The Economics of Scientific Misconduct
Scientific fraud is a pervasive phenomenon with deleterious consequences, as it leads to false scientific knowledge being published, therefore a¤ecting major individual and public decisions. In this paper we build a game-theoretic model of the research and publication process that ana- lyzes why scientists commit fraud and how fraud can be detected and prevented. In the model, authors are asymmetrically informed about the success of their projects, and can fraudulently manipulate their results. We show four main results. First, the types of scientific frauds that are observed are unlikely to be representative of the overall amount of malfeasance in science; also, star scientists are more likely to misbehave, but are less likely to be caught than average scientists. Second, a reduction in the costs of checking for frauds may not lead to a reduction of misconduct episodes, but rather to a change in the type of research that is performed. Third, an increase in competition between scientists may in fact reduce, and not increase, scientific misconduct. Finally, a more active role of editors in checking for misconduct does not always provide additional deterrence.
|Date of creation:||Mar 2008|
|Date of revision:||Apr 2008|
|Contact details of provider:|| Postal: |
Web page: http://www.kites.unibocconi.it/
|Order Information:|| Postal: E G E A - via R. Sarfatti, 25 - 20136 Milano -Italy|
References listed on IDEAS
Please report citation or reference errors to , or , if you are the registered author of the cited work, log in to your RePEc Author Service profile, click on "citations" and make appropriate adjustments.:
- Alexander Dyck & Adair Morse & Luigi Zingales, 2007.
"Who Blows the Whistle on Corporate Fraud?,"
NBER Working Papers
12882, National Bureau of Economic Research, Inc.
- Gary A. Hoover, 2004. "Whose Line Is It? Plagiarism in Economics," Journal of Economic Literature, American Economic Association, vol. 42(2), pages 487-493, June.
- Daniel S. Hamermesh, 2007.
"Replication in Economics,"
NBER Working Papers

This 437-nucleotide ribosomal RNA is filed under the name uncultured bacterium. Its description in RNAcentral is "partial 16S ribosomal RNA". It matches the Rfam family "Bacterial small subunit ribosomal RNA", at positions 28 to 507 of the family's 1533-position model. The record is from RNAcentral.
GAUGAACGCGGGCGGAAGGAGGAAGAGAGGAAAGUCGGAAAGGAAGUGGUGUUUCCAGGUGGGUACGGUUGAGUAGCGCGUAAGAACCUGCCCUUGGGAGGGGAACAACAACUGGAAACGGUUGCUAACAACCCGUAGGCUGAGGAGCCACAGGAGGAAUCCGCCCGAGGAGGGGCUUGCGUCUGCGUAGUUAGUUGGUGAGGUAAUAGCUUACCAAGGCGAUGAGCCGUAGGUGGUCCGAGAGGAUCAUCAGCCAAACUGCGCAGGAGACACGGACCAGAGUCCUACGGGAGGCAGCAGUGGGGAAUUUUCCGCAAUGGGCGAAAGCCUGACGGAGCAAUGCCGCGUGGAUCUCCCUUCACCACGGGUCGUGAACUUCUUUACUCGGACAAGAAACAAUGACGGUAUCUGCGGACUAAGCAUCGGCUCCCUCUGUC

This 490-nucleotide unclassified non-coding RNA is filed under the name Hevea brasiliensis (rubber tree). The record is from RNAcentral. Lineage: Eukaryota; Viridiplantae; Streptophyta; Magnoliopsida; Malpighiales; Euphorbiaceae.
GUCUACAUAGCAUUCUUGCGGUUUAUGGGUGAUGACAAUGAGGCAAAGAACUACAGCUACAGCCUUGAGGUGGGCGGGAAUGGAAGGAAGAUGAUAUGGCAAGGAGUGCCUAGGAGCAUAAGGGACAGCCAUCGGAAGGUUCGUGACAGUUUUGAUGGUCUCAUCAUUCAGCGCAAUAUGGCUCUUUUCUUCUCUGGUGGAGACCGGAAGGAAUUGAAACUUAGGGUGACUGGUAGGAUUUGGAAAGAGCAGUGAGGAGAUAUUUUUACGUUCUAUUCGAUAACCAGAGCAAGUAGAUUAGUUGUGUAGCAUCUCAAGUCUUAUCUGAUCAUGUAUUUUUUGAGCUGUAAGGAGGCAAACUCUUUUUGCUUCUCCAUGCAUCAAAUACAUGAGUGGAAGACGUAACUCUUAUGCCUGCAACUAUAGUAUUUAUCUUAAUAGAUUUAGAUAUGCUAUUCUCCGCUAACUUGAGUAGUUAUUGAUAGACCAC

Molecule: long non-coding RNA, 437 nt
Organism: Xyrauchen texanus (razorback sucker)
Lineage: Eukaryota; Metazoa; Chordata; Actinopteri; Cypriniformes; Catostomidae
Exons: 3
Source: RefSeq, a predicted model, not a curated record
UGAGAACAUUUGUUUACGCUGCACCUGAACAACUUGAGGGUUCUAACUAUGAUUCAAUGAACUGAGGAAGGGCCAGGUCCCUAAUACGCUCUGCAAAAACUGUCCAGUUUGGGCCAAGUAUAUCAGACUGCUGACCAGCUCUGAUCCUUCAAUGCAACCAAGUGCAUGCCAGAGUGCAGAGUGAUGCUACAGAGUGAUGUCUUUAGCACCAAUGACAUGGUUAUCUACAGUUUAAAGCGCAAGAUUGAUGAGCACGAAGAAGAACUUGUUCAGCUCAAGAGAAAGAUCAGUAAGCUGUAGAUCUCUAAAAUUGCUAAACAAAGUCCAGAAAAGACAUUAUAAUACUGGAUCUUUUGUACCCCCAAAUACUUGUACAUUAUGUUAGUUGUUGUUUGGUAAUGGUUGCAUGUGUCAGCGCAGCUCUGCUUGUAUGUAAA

13026, National Bureau of Economic Research, Inc.
- List, John A, et al, 2001. "Academic Economists Behaving Badly? A Survey on Three Areas of Unethical Behavior," Economic Inquiry, Western Economic Association International, vol. 39(1), pages 162-70, January.
- Edward L. Glaeser, 2006. "Researcher Incentives and Empirical Methods," NBER Technical Working Papers 0329, National Bureau of Economic Research, Inc.
- Dewald, William G & Thursby, Jerry G & Anderson, Richard G, 1986. "Replication in Empirical Economics: The Journal of Money, Credit and Banking Project," American Economic Review, American Economic Association, vol. 76(4), pages 587-603, September.
When requesting a correction, please mention this item's handle: RePEc:cri:cespri:wp215. See general information about how to correct material in RePEc.
For technical questions regarding this item, or to correct its authors, title, abstract, bibliographic or download information, contact: (Valerio Sterzi)
If you have authored this item and are not yet registered with RePEc, we encourage you to do it here. This allows to link your profile to this item. It also allows you to accept potential citations to this item that we are uncertain about.
If references are entirely missing, you can add them using this form.
If the full references list an item that is present in RePEc, but the system did not link to it, you can help with this form.
If you know of missing items citing this one, you can help us creating those links by adding the relevant references in the same way as above, for each refering item. If you are a registered author of this item, you may also want to check the "citations" tab in your profile, as there may be some citations waiting for confirmation.
Please note that corrections may take a couple of weeks to filter through the various RePEc services.